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Doherty Group Research

Using molecular epidemiology to leverage bioinformatic approachestowards better understanding cancer.

Biomarkers to improve lung cancer screening

Lung cancer is responsible for more deaths than prostate, breast and colon cancers combined. While smoking cessation is a key means to reduce the incidence of lung cancer, former smokers remain at high risk for many years after quitting. Low dose CT scan screening of high-risk individuals holds promise to reduce lung cancer mortality, but the false positive rate even among this high-risk group remains quite high. My work focuses on identifying factors that differentiate between individuals with a heavy smoking history who will, and who will not, eventually develop lung cancer, with the goal of incorporating these factors into models for risk stratification for lung cancer screening regimens, and reducing false positives.

Telomere length, genetic variation in telomere length, and cancer risk

Telomeres cap chromosome ends and protect cells from genomic instability, and shorten with age, cigarette smoking, oxidative stress, and inflammation. Peripheral blood telomere length has been associated with numerous cancer types, and the region encoding the telomerase gene, TERT, contains susceptibility loci for many different cancers. My study of global and chromosome arm-specific telomere length measured prior to diagnosis, variation in telomere structure and maintenance genes, and lung cancer risk and survival (R01 CA151989, PI JA Doherty) in heavy smokers is by far the largest prospective study to date, and the only study to examine chromosome arm specific telomere length as well as relationships with survival.

Characterizing molecular subtypes of ovarian cancer across populations

Ovarian cancer is challenging to study for a number of reasons. It is a rare disease and therefore screening tests require nearly perfect sensitivity and specificity to be effective, and it is typically diagnosed at a late stage, with poor survival. Also, accumulating evidence has led to the understanding that ovarian cancer is not a single disease; rather, it is thought that the various ovarian cancer histologic types and high grade serous (HGSC) molecular subtypes may have different etiologies. Furthermore, almost all research of the molecular epidemiology of ovarian cancer to date has been in Caucasian women. Therefore, my ovarian cancer research program concentrates on three main areas: 1. To elucidate similarities and differences in epidemiologic and genetic risk factors and survival across the histologies and HGSC subtypes of ovarian cancer, with the goal of understanding the underlying causes of each so that preventive measures can be developed; 2. To identify candidate genes and pathways that drive the development of each of the subtypes so that targeted treatments can be developed; and 3. To characterize epidemiologic and molecular features of ovarian cancer in diverse populations to aid in developing regionally appropriate care.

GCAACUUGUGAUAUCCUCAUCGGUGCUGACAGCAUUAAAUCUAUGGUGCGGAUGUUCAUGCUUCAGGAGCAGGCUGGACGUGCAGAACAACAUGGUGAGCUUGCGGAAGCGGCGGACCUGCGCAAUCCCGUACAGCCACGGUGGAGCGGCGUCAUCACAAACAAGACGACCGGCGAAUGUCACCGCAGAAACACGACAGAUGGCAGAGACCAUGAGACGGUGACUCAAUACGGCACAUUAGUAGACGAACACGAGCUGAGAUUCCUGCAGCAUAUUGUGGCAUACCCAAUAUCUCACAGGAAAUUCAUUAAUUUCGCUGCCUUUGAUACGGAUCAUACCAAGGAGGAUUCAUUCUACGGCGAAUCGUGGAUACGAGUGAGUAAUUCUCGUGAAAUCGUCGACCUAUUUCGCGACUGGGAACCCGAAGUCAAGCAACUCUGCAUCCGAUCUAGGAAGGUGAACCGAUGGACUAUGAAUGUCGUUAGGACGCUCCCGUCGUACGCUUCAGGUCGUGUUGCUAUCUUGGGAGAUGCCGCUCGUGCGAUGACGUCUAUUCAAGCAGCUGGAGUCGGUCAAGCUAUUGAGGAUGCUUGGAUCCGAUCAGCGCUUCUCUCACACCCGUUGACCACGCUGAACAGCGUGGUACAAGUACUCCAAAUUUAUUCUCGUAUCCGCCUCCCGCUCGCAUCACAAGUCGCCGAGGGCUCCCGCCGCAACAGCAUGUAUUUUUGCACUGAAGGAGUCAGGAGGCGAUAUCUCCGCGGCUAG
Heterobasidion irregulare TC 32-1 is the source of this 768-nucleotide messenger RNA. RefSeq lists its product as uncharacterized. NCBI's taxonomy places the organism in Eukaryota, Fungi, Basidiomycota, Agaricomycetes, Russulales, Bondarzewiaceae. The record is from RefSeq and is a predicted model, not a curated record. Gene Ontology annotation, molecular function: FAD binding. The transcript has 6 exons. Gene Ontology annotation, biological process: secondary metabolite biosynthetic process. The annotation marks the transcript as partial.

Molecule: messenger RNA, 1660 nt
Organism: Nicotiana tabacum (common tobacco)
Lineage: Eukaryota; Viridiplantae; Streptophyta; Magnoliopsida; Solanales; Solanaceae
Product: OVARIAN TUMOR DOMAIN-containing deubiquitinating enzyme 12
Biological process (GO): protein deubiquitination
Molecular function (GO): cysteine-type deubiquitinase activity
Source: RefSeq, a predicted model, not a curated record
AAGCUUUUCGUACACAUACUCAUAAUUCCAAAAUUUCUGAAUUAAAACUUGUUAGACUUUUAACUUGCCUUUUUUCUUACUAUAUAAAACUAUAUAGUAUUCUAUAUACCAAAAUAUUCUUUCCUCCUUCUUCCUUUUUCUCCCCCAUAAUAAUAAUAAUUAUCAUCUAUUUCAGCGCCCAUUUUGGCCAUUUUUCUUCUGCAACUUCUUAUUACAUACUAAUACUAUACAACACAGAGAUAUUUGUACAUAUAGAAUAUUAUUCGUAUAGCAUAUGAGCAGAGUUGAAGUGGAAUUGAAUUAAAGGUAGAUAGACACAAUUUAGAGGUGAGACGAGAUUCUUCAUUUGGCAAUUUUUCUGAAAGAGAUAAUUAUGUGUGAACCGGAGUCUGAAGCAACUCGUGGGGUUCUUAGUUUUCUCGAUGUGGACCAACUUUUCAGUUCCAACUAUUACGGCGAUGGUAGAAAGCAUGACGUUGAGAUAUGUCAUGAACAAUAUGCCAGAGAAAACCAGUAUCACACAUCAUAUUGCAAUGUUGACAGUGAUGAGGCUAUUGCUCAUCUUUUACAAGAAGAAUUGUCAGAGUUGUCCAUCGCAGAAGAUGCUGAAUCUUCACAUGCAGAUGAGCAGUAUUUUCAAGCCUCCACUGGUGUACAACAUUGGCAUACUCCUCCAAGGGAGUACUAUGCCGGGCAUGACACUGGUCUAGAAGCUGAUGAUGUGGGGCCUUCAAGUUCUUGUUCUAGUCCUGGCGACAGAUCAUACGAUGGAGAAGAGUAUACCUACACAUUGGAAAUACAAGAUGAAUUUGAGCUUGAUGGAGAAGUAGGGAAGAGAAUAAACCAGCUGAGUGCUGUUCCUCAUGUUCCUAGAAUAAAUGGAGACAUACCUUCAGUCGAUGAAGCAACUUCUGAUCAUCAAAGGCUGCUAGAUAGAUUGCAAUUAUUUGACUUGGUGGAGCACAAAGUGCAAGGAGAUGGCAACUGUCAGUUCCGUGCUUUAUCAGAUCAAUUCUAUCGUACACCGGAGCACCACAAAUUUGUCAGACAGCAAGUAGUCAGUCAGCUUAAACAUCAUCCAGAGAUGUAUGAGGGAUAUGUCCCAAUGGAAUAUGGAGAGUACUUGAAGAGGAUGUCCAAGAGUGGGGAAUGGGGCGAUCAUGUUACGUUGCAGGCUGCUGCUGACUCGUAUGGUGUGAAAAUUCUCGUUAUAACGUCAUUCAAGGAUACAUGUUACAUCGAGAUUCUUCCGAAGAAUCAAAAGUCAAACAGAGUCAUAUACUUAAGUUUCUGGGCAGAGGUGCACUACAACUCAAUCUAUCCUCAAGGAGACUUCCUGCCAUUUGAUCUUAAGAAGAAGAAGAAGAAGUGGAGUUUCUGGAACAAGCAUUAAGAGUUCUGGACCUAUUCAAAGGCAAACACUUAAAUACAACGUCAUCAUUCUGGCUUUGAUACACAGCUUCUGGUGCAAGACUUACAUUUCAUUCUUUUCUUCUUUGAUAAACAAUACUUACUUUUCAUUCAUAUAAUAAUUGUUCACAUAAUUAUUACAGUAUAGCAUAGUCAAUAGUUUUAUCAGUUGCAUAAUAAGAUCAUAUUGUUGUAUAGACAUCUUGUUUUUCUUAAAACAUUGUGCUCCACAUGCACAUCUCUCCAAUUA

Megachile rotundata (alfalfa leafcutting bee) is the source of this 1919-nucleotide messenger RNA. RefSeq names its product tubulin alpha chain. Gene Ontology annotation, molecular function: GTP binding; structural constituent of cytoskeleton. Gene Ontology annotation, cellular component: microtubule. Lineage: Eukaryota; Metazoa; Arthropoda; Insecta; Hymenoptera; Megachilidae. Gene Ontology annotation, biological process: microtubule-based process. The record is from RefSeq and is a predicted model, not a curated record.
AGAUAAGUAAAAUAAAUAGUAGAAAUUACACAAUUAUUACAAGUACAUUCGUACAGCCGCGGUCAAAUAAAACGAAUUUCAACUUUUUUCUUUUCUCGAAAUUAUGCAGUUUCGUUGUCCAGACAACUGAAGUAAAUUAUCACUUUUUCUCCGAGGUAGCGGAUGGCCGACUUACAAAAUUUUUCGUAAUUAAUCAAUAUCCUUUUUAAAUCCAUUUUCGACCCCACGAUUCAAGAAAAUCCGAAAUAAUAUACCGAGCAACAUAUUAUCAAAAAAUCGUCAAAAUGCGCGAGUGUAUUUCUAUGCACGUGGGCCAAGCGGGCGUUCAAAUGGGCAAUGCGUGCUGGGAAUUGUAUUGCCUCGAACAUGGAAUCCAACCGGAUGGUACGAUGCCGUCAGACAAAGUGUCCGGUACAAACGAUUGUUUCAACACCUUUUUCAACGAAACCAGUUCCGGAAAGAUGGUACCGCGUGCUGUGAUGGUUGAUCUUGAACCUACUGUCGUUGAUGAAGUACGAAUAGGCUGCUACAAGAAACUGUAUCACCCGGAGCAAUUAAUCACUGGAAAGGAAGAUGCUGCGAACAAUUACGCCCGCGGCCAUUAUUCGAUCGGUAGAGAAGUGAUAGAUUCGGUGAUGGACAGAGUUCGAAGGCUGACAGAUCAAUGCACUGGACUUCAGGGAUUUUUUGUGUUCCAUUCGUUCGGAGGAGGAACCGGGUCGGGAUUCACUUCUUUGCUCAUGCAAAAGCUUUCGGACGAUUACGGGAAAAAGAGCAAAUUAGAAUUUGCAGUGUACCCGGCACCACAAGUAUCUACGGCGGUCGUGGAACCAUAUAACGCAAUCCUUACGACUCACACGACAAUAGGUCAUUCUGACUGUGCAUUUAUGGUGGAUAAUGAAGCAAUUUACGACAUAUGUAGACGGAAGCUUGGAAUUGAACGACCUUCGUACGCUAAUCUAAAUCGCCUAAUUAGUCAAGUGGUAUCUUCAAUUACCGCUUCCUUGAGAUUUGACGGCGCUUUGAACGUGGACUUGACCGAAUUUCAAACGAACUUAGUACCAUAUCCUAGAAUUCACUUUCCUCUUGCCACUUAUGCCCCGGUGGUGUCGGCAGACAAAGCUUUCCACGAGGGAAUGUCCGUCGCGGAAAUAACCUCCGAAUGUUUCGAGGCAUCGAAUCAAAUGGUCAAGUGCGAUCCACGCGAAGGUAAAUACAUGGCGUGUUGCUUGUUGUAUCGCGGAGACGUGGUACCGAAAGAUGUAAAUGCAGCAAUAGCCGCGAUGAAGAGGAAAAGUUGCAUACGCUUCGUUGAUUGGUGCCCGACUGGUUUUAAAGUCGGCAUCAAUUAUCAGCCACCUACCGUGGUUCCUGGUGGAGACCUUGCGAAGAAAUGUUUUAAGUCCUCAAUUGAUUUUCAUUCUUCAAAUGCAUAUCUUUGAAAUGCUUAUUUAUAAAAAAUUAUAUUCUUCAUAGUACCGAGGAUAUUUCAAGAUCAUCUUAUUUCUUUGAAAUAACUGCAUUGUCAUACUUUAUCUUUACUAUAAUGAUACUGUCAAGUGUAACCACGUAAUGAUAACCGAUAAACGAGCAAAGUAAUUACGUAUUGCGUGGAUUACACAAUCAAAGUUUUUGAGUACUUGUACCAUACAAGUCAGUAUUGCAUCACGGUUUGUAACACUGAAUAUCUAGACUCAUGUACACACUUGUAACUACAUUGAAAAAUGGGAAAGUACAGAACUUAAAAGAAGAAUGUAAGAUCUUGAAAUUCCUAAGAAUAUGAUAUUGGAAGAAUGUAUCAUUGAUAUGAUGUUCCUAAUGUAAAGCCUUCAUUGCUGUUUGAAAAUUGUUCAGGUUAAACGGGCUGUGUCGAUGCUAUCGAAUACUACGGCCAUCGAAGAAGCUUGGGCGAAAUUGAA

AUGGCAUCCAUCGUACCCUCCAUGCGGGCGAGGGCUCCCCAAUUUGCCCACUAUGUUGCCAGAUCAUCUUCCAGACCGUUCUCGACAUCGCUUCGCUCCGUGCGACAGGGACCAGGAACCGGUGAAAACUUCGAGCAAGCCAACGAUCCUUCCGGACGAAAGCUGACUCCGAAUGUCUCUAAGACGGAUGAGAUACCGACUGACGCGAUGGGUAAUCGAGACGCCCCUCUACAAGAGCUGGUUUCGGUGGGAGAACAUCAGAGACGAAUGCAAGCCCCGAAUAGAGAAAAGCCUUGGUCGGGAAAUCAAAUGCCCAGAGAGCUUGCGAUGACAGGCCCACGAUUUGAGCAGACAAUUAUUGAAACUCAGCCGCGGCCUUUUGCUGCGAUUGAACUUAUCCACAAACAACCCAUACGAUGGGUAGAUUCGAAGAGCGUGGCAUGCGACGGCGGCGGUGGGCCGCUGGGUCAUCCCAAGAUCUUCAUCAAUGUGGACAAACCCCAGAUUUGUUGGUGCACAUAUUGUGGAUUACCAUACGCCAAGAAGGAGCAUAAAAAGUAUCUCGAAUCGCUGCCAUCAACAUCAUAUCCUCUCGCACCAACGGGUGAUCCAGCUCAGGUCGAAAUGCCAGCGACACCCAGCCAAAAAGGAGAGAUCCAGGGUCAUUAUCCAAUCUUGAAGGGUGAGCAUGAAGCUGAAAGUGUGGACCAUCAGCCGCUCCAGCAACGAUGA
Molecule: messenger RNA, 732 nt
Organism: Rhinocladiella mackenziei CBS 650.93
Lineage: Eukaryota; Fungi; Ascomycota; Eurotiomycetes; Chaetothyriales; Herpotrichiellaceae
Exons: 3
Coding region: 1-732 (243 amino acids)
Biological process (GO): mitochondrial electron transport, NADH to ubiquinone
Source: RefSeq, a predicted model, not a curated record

I collaborate extensively with a large number of ovarian cancer researchers through the international Ovarian Cancer Epidemiology Consortium (OCAC), the Ovarian Tumor Tissue Analysis (OTTA) consortium, and the Ovarian Cancer in Women of African Ancestry Consortium (OCWAA), and with lung cancer researchers through the International Lung Cancer Consortium (ILCCO). As well, I have numerous collaborations through the NCI-sponsored Genetic Association Mechanisms in Oncology (GAME-ON) Follow-up of Ovarian Cancer Genetic Association and Interaction Studies.